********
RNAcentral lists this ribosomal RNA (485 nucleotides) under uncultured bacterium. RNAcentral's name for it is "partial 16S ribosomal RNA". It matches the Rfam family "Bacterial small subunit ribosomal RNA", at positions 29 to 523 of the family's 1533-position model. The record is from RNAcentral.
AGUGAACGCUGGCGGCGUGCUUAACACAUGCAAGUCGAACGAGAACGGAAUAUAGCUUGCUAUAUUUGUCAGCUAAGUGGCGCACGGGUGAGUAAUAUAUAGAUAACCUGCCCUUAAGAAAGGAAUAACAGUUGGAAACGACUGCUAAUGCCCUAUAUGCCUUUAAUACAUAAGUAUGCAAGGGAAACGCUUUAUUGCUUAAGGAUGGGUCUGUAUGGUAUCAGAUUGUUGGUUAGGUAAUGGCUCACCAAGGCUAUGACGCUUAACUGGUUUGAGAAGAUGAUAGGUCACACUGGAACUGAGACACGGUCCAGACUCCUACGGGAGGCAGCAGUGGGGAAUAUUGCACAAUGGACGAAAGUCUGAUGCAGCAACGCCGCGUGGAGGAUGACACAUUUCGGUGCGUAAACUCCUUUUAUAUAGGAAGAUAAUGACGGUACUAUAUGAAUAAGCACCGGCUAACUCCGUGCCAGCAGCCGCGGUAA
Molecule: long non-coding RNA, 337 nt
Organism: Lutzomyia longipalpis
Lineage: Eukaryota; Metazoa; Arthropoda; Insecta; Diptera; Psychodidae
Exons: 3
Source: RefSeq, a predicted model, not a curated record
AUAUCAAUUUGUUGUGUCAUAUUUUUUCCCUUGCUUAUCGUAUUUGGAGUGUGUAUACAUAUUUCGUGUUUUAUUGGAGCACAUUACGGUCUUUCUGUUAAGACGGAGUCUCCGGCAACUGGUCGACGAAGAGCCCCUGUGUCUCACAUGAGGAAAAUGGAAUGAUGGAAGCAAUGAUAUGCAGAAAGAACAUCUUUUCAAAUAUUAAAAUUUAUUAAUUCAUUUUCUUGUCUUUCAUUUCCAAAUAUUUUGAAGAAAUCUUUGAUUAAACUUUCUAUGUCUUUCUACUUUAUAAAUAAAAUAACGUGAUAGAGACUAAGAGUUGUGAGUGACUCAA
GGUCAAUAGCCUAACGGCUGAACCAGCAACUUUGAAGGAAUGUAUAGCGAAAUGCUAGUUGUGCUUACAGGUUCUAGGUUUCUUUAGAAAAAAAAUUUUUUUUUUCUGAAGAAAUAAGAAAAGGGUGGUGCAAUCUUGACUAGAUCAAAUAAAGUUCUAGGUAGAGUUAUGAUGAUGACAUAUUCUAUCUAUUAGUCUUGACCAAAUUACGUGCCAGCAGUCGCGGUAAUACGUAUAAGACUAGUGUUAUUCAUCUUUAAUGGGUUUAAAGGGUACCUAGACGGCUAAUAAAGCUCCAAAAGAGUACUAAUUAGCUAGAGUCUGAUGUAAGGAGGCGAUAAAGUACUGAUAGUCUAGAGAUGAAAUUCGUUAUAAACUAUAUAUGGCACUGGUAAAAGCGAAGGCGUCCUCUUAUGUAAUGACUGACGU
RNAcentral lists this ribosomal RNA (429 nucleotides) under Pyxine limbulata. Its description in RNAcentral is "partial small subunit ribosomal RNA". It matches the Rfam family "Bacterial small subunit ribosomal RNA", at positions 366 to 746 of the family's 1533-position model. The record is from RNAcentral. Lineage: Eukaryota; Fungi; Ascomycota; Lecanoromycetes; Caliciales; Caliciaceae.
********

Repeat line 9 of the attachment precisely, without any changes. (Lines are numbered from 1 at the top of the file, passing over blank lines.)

GGUCAAUAGCCUAACGGCUGAACCAGCAACUUUGAAGGAAUGUAUAGCGAAAUGCUAGUUGUGCUUACAGGUUCUAGGUUUCUUUAGAAAAAAAAUUUUUUUUUUCUGAAGAAAUAAGAAAAGGGUGGUGCAAUCUUGACUAGAUCAAAUAAAGUUCUAGGUAGAGUUAUGAUGAUGACAUAUUCUAUCUAUUAGUCUUGACCAAAUUACGUGCCAGCAGUCGCGGUAAUACGUAUAAGACUAGUGUUAUUCAUCUUUAAUGGGUUUAAAGGGUACCUAGACGGCUAAUAAAGCUCCAAAAGAGUACUAAUUAGCUAGAGUCUGAUGUAAGGAGGCGAUAAAGUACUGAUAGUCUAGAGAUGAAAUUCGUUAUAAACUAUAUAUGGCACUGGUAAAAGCGAAGGCGUCCUCUUAUGUAAUGACUGACGU